Peer Reviews are a common and useful assignment in writing-intensive courses. Sharing your essay with other students is especially helpful since your classmates are working on the same assignment. Just as you can provide a unique perspective, so can your fellow students. Use peer reviews as an opportunity not only to receive suggestions for improvement, but also to practice editing as a reviewer. Taking on this additional role can help you identify issues with your own writing.
To prepare for a peer review:
•Bring a full draft (meet the page requirement)
•Revise your essay at least once on your own to correct any obvious errors
•Note any specific questions you would like your peer reviewer to address
While you are likely to receive directions from your instructor, here are some questions to consider when providing clear and helpful feedback as a peer reviewer:
•Check the title. Is it interesting and unique to the paper? (Avoid dull titles like “Paper 1.”)
•Does the introduction gain the reader’sinterest right away? If not, suggest improvements for the attention-getter.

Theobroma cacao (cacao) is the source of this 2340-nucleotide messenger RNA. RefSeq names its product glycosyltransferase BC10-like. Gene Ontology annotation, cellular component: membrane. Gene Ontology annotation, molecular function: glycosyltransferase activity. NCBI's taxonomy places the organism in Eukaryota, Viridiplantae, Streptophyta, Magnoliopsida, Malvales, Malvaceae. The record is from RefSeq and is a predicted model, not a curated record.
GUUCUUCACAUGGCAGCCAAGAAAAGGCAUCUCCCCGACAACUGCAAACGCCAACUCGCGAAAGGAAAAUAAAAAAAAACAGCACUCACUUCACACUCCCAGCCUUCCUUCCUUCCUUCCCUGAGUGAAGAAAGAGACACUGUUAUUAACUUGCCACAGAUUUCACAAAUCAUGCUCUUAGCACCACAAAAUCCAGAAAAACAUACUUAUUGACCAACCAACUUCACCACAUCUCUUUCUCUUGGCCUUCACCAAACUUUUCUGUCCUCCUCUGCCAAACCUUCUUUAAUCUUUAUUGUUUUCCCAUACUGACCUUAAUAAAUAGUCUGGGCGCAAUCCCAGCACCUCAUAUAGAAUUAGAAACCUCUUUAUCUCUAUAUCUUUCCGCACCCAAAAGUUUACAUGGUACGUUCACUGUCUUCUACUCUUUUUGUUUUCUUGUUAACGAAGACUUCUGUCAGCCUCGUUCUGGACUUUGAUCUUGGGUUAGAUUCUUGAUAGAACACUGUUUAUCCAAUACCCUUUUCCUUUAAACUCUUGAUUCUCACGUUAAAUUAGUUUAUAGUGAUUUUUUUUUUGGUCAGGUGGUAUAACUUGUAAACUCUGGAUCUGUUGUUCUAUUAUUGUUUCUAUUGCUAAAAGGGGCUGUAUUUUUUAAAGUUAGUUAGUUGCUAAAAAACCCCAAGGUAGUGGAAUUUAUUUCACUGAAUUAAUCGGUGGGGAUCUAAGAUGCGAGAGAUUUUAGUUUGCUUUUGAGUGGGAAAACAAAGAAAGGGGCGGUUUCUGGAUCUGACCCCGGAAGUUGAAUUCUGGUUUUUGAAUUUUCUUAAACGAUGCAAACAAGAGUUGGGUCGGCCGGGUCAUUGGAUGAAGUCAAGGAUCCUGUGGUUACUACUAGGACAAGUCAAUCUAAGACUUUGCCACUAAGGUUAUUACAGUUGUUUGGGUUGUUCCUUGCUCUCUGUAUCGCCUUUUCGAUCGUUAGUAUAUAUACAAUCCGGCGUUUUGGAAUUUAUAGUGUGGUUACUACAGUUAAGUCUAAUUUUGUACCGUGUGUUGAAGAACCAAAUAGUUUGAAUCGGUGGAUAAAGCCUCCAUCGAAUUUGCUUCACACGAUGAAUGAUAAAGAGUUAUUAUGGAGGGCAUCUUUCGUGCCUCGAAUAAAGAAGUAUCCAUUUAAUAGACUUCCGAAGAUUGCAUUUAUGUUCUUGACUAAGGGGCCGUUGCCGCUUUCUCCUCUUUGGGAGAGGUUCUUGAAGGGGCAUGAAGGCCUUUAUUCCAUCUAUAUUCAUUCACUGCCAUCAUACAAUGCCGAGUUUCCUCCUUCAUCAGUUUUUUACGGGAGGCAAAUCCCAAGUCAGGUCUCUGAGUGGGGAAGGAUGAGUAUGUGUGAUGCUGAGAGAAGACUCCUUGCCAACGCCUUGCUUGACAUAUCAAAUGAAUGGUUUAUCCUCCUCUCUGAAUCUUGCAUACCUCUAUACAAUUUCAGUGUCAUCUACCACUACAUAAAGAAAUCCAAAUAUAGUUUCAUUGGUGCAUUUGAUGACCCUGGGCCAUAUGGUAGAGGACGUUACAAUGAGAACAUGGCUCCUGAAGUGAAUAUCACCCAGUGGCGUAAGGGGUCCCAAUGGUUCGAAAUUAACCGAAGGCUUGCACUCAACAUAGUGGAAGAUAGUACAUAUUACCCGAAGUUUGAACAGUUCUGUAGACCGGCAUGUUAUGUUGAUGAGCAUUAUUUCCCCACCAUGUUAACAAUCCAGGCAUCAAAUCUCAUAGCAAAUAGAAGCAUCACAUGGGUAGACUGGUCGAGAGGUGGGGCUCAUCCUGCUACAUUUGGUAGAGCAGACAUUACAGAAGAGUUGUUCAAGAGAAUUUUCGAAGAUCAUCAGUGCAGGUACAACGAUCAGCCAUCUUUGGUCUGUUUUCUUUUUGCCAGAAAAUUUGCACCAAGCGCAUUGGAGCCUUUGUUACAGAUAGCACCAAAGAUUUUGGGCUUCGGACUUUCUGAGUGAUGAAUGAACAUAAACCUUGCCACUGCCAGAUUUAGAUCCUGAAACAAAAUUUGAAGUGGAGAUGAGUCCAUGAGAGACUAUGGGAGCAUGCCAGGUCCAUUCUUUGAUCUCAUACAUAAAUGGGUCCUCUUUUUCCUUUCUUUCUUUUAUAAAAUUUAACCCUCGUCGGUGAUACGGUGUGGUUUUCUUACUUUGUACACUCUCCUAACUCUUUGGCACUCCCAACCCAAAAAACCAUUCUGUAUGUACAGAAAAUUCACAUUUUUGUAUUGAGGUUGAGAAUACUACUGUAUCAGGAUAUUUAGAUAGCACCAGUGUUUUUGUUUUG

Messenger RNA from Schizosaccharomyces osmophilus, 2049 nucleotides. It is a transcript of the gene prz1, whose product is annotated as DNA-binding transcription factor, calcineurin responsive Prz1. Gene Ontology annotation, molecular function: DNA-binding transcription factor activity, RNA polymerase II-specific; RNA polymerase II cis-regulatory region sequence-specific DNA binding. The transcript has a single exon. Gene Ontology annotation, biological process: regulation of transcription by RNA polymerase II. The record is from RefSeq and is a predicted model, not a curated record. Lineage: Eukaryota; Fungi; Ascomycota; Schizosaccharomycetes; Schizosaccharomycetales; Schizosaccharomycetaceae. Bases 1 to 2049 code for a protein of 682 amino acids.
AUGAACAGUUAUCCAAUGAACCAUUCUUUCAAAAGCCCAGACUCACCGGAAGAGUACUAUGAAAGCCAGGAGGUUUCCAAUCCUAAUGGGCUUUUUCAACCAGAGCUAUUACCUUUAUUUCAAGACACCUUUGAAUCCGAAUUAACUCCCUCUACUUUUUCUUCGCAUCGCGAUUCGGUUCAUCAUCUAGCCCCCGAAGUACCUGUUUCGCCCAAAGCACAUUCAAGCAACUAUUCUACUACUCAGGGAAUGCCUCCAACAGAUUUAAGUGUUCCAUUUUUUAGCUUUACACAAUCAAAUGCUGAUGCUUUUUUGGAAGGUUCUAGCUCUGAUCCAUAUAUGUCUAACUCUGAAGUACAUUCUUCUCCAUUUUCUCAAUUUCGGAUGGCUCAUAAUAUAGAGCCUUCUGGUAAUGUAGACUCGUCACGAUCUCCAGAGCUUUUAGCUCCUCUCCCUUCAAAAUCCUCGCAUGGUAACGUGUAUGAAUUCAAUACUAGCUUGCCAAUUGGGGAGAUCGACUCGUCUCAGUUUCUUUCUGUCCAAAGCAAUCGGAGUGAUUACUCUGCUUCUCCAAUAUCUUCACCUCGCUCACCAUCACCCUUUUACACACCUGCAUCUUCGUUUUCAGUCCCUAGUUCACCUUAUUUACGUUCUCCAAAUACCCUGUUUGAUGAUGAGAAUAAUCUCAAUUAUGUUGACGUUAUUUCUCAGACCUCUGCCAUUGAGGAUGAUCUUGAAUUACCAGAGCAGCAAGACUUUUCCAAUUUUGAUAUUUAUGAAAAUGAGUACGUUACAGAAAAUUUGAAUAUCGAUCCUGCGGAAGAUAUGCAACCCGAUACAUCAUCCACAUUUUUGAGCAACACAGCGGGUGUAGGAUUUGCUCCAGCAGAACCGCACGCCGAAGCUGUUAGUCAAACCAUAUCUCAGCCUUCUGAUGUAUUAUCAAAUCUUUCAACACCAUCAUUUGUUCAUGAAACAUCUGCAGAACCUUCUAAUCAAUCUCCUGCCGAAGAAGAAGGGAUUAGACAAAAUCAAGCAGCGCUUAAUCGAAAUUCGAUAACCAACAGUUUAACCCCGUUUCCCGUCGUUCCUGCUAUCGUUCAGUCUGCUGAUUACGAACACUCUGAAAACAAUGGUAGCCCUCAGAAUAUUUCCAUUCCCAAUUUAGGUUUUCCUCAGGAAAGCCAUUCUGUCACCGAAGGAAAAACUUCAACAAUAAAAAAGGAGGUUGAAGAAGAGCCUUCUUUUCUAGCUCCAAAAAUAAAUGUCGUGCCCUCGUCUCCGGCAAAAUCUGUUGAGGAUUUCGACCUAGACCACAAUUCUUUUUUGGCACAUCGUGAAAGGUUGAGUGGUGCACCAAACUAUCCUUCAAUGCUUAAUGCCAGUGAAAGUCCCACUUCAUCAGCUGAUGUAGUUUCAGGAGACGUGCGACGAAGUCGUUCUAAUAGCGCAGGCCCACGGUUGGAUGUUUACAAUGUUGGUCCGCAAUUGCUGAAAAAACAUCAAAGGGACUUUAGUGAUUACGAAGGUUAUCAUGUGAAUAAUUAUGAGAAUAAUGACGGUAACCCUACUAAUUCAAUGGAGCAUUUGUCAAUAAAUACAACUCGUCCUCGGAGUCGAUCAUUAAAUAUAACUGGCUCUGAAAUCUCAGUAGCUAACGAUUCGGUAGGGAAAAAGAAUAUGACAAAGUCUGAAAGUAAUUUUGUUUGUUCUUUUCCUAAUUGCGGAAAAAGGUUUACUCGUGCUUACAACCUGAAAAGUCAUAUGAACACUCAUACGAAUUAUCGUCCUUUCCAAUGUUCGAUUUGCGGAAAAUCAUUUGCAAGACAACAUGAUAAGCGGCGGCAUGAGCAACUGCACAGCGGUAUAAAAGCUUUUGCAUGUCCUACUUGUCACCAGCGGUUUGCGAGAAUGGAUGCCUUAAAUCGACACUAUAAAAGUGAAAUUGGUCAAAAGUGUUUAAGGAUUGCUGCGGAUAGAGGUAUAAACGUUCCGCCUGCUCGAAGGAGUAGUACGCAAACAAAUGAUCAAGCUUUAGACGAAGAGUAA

•Is the thesis clear? Does it need to be more specific, reworded, expanded, or condensed?
•Do the body paragraphs start with clear topic sentences?
•Do the body paragraphs feature sufficient evidence from outside sources to support main points?
•Are sources cited appropriately with in-text citations and a Works Citedpage(MLA) or References page (APA)?
•Do the body paragraphs flow in a logical order? Note any paragraphs that may need to be reorganized.
•Do the body paragraphs end with clear transitions?
•Does the conclusion adequately review the main points and leave the reader with a final impression? What is that impression? •Is there anything that should be expanded, condensed, or cut?•Does the writer use correct grammar and punctuation? Note any sentences that are unclear.
When providing feedback, remember to use a constructive tone. Focus on suggestinghow the writer can improve rather than simply identifying what is wrong. Your peers will be much more receptive to feedback if it is framed in a polite and helpful way.